Remains Returned, ID'D 12/20/91

Name: Bradley Gene Cuthbert
Rank/Branch: O3/US Air Force
Unit: 14th Tactical Reconnaissance Squadron, Udorn Airbase, Thailand
Date of Birth: 23 November 1940
Home City of Record: Ft. Madison IA
Date of Loss: 23 November 1968
Country of Loss: North Vietnam
Loss Coordinates: 172700N 1063400E (XE565270)
Status (in 1973): Missing In Action
Category: 2
Acft/Vehicle/Ground: RF4C

Other Personnel In Incident: Mark J. Ruhling (released POW)

Source: Compiled by P.O.W. Network from one or more of the following: raw
data from U.S. Government agency sources, correspondence with POW/MIA
families, published sources, interviews.


SYNOPSIS: On his 28th birthday, Capt. Bradley G. Cuthbert and his
backseater, Capt. Mark J. Ruhling departed Udorn Airfield, Thailand on a
photo reconnaissance mission over North Vietnam in their Phantom fighter
jet. When the aircraft was in the vicinity of Dong Hoi, it was shot down.
Their aircraft, the only one shot down that day, was the first plane shot
down after a bombing halt had been announced. Ruhling ejected safely, made
radio contact with other planes in the area and said that his capture was
imminent. He was then captured by the North Vietnamese.

Bradley Cuthbert's parachute was seen to open by both Ruhling and other
aircraft in the area, indicating that he also successfully ejected. Although
a Marshalltown News (Iowa) article reported in March 1970 that radio contact
was made and that there was a good chance of Cuthbert's having escaped
capture, the Air Force now states that no radio contact was made to verify
that he landed on the ground safely.

A Hanoi news item on November 27 described the capture of one pilot hiding
behind a bush and the aircraft's second pilot being shot while still sitting
in the plane. As the Air Force stated that Brad's plane crashed and burned,
leaving no chance a body would remain intact, this report was not attributed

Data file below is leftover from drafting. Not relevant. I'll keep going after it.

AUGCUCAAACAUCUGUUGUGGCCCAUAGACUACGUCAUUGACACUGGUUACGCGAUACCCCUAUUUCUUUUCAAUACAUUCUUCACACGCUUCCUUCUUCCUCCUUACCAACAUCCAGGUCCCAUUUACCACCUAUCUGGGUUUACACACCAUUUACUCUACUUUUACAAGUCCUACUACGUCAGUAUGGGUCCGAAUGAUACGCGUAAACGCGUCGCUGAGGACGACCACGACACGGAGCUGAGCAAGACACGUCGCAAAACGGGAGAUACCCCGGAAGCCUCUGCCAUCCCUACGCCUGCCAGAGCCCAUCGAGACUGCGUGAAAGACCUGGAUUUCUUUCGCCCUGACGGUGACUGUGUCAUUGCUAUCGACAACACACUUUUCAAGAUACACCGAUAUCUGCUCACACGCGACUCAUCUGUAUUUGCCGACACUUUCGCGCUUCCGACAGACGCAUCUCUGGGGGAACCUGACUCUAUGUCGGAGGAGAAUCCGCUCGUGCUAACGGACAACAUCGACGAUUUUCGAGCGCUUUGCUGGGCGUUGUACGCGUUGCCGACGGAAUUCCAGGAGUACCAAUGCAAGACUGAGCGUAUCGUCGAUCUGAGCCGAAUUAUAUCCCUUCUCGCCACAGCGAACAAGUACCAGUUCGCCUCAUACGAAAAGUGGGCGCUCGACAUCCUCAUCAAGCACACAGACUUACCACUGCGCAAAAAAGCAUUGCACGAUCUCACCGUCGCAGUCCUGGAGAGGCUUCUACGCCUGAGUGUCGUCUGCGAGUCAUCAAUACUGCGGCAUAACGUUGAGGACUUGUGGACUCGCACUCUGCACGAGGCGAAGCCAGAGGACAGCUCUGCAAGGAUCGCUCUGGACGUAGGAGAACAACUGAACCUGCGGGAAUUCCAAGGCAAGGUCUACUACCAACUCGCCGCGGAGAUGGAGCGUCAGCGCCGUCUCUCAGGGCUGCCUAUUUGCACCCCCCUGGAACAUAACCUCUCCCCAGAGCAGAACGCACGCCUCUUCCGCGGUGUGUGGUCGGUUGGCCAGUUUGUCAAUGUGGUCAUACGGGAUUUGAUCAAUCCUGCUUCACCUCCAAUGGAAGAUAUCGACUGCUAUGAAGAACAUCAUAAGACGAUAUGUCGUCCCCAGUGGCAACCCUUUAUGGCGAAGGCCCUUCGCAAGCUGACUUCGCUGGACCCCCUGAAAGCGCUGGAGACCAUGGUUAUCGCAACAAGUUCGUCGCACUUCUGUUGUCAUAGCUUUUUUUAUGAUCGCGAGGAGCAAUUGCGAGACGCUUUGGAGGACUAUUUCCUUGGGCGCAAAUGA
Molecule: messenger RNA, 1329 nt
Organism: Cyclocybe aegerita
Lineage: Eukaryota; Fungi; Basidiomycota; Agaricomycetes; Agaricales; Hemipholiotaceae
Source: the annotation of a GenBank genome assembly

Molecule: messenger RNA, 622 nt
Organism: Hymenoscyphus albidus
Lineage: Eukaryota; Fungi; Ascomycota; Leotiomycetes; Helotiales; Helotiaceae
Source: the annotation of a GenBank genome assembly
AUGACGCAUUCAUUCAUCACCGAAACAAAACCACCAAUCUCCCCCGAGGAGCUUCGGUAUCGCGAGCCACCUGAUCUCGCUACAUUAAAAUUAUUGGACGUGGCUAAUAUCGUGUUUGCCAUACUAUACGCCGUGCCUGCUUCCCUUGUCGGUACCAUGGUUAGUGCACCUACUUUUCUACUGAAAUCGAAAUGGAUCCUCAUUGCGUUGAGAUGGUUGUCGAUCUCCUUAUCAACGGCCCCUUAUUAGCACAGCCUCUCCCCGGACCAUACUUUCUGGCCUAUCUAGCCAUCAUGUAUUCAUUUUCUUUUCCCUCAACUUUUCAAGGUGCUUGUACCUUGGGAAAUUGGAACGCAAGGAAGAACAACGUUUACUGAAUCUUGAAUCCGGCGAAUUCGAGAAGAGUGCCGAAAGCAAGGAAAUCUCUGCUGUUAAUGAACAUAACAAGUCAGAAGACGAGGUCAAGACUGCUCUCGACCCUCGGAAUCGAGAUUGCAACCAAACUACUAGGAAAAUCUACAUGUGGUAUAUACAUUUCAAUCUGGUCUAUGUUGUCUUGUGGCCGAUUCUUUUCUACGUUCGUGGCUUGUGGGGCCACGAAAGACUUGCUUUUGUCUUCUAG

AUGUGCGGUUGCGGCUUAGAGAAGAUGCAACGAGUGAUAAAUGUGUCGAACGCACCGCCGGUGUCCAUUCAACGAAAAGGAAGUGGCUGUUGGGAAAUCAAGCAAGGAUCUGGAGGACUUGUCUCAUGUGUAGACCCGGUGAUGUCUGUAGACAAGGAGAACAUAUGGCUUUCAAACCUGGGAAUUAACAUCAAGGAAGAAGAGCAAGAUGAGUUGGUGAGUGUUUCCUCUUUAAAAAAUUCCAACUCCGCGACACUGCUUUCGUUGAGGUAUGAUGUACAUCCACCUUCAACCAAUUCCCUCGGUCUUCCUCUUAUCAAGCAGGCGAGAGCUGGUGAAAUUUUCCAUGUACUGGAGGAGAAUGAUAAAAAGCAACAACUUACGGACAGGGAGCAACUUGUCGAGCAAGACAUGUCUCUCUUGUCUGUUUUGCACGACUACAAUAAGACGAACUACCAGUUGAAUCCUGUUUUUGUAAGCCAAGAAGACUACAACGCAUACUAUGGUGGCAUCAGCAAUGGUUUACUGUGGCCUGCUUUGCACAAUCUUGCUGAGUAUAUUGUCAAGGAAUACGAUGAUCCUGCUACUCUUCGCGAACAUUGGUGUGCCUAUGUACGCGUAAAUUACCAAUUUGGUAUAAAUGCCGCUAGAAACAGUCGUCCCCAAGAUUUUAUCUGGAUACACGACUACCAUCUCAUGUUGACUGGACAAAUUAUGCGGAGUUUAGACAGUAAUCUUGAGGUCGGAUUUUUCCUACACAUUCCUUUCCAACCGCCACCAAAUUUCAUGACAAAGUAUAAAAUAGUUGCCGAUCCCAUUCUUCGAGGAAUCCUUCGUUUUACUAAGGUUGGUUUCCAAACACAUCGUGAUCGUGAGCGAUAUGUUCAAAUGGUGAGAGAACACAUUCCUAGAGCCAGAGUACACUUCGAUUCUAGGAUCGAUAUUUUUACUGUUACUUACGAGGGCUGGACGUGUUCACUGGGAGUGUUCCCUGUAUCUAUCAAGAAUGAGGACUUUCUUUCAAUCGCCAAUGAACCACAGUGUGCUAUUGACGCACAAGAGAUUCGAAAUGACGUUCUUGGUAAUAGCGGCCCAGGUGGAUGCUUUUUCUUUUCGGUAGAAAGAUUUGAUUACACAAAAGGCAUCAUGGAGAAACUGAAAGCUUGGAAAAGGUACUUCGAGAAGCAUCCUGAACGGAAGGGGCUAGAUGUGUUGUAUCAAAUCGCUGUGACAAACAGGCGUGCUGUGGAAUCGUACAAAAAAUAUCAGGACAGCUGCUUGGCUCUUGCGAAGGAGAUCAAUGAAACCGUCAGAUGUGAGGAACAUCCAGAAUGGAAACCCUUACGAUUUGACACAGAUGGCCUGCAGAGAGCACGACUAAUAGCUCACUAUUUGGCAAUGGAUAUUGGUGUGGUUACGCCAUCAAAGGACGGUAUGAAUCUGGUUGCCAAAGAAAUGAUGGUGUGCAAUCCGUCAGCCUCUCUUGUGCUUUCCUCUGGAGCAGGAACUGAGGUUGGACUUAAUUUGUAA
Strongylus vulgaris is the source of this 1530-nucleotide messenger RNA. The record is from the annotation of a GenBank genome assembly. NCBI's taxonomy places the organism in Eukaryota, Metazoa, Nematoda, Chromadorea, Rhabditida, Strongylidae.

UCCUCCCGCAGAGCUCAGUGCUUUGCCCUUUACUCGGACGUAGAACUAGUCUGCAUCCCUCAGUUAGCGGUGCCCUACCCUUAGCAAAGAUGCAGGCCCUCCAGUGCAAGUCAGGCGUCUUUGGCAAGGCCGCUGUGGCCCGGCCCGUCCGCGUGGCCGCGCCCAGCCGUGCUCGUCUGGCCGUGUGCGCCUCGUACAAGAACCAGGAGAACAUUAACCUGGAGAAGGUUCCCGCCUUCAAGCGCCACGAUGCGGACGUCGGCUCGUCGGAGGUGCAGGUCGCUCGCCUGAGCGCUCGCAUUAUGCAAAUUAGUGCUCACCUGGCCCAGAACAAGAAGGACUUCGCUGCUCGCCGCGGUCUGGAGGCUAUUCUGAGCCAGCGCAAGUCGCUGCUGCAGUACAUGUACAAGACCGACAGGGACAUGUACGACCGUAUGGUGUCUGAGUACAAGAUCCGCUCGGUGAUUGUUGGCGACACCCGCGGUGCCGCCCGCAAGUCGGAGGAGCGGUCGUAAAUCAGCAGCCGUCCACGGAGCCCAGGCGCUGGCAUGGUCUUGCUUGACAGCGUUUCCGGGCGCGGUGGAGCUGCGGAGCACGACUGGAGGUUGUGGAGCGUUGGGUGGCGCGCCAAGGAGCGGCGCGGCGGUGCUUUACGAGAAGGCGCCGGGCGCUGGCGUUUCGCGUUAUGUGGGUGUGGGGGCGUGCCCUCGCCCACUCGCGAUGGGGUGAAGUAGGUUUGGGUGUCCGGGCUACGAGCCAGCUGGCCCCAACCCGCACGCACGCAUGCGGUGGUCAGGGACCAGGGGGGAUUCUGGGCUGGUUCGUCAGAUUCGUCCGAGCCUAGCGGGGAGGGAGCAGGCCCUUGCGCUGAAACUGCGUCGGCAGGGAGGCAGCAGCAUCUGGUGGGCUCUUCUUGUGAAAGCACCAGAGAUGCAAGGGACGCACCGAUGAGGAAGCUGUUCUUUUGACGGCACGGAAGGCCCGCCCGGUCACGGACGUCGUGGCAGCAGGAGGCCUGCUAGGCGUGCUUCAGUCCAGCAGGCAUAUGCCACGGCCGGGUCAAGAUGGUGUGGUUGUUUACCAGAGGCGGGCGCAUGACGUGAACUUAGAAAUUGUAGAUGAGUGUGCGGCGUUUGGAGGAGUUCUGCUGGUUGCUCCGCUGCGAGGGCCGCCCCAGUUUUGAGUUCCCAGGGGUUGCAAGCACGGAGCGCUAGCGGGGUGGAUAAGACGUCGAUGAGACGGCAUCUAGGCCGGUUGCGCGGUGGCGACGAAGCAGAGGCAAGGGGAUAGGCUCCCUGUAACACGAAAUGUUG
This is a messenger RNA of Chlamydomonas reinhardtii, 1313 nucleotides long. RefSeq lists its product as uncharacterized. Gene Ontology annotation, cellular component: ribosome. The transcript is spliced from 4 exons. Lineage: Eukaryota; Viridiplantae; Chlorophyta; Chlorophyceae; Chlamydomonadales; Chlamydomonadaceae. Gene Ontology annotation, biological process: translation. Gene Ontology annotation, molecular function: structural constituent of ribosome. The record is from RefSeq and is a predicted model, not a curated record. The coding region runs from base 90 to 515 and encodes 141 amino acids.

to the crew of Cuthbert's plane. Besides, both crewmen aboard Cuthbert's
aircraft had successfully bailed out. A second news item described the
capture of another pilot which could have been Cuthbert.

A Christmas 1969 film contained frames of a POW Brad's family feels is him,
yet neither the Vietnamese or the U.S. Department of Defense listed Brad as
a POW.

When agreements were signed ending the war, 591 American POWs were released,
including Mark Ruhling. Brad Cuthbert was not released, nor has substantial
information been found on his fate since that time. The Vietnamese deny any
knowledge of him. Experts now believe that hundreds of Americans are still
captive in Indochina. One of them could be Brad Cuthbert. It's time we
brought him home.

Senate Select Committee:
North Vietnam Bradley G. Cuthbert
Mark J. Ruhling

On November 23, 1968, Captains Cuthbert and Ruhling were in an RF-
4C on a reconnaissance mission of a surface-to-air missile site in
North Vietnam. While over Bo Trach District, Quang Binh Province,
Captain Cuthbert's wingman observed their aircraft hit, break apart
and burst into flames. No chutes were observed.

Two to three minutes later, Captain Ruhling was safely on the
ground and in contact with his wingman. He was later captured
alive by North Vietnamese ground forces. During his debriefing he
reported seeing Captain Cuthbert alive in his chute with his hands
up in the risers. Captain Cuthbert was not seen alive in the
northern Vietnamese prison system. On November 23, 1968 North
Vietnam reported the shoot down of an RF-4C and the death of one of
the aircraft's crewmen.

In August 1989, Joint Casualty Resolution Center personnel
interviewed witnesses in Quang Binh Province concerning this case.
They recovered the dog-tag of Captain Cuthbert from local
villagers. They also received hearsay information that after
landing safely on the ground, Captain Cuthbert was beaten to death
by local wood cutters. JCRC was taken to the purported grave site
which appeared to relate to an entirely separate air loss incident.

Captain Cuthbert was initially declared missing in action. In May
1975, he was declared dead/body not recovered. His remains have
not yet been repatriated.

NOTE: Previous information showed remains identified in 1991. The Senate, in
1993, states his remains have not yet been repatriated. The difficulty comes
from the more than 2 dozen men whose remains have been identified but "names
have been witheld" at the request of the family. If you have information
that can confirm remains were returned or not, please contact the
P.O.W. NETWORK at 660-928-3304 or email at

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